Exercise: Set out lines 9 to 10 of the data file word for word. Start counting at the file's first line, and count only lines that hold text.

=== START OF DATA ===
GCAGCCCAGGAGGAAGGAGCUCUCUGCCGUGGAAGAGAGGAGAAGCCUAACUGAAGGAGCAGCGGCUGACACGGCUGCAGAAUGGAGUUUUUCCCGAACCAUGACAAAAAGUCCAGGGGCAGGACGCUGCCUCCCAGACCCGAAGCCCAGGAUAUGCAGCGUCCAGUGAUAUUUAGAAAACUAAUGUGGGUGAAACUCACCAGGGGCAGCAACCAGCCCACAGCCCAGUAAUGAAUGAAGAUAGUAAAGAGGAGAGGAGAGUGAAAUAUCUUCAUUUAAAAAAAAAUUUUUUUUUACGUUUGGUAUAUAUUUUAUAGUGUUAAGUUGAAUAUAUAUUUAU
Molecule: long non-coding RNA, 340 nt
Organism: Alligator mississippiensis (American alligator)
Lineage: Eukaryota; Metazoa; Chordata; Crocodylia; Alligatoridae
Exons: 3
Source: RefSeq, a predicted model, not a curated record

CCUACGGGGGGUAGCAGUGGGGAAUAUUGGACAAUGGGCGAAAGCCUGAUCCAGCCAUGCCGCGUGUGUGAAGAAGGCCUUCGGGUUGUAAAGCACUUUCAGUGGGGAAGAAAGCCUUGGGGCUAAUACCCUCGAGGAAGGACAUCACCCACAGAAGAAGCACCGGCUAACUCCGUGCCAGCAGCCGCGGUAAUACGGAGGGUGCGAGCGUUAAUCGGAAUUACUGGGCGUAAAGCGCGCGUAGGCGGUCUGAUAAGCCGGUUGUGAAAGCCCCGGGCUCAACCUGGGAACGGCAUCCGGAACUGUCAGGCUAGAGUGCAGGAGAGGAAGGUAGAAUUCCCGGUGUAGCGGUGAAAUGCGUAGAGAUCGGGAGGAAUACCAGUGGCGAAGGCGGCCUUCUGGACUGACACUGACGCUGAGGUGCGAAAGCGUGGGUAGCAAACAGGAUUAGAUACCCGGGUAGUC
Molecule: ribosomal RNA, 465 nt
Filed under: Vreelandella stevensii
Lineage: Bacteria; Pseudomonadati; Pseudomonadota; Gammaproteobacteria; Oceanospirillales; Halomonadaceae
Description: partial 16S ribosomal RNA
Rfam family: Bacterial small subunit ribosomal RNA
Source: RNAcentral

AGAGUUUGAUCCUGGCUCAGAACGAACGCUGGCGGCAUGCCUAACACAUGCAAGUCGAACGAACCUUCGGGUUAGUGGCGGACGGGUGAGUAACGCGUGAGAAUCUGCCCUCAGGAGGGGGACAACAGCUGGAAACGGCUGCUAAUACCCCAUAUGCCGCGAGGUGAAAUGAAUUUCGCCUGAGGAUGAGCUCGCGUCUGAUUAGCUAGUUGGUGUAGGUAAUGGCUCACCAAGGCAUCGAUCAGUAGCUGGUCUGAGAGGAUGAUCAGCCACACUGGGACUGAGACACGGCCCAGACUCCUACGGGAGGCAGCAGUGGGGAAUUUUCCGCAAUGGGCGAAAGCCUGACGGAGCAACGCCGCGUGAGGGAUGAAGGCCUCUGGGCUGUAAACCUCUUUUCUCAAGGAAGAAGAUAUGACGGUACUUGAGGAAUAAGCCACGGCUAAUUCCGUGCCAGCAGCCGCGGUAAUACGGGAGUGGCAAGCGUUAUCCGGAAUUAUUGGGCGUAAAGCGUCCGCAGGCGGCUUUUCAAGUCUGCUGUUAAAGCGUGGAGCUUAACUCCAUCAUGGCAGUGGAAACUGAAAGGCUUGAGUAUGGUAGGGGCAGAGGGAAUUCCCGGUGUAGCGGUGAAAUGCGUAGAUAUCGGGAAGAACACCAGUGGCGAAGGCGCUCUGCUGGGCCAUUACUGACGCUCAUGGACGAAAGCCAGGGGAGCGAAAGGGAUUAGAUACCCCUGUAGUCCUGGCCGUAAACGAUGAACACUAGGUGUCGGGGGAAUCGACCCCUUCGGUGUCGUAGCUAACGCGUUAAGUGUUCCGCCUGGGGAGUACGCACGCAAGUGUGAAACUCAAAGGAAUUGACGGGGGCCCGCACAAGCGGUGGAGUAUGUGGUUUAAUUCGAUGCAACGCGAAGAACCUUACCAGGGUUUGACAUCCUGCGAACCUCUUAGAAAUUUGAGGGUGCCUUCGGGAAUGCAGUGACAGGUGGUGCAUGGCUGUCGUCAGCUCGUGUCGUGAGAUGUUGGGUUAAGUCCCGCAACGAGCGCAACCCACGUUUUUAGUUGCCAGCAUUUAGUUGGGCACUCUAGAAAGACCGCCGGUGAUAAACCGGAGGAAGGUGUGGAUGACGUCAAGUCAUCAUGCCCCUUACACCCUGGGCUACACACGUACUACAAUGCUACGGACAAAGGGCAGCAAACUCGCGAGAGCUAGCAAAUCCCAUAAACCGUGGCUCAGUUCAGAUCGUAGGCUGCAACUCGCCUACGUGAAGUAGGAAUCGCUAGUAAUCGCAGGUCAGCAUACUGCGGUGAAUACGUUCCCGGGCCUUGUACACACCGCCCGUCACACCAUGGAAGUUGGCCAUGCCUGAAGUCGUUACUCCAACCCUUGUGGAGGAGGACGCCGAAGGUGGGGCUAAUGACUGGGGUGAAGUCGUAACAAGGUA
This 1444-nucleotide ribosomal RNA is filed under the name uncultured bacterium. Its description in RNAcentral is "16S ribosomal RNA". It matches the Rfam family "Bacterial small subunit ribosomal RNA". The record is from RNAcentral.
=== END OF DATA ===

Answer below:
Filed under: Vreelandella stevensii
Lineage: Bacteria; Pseudomonadati; Pseudomonadota; Gammaproteobacteria; Oceanospirillales; Halomonadaceae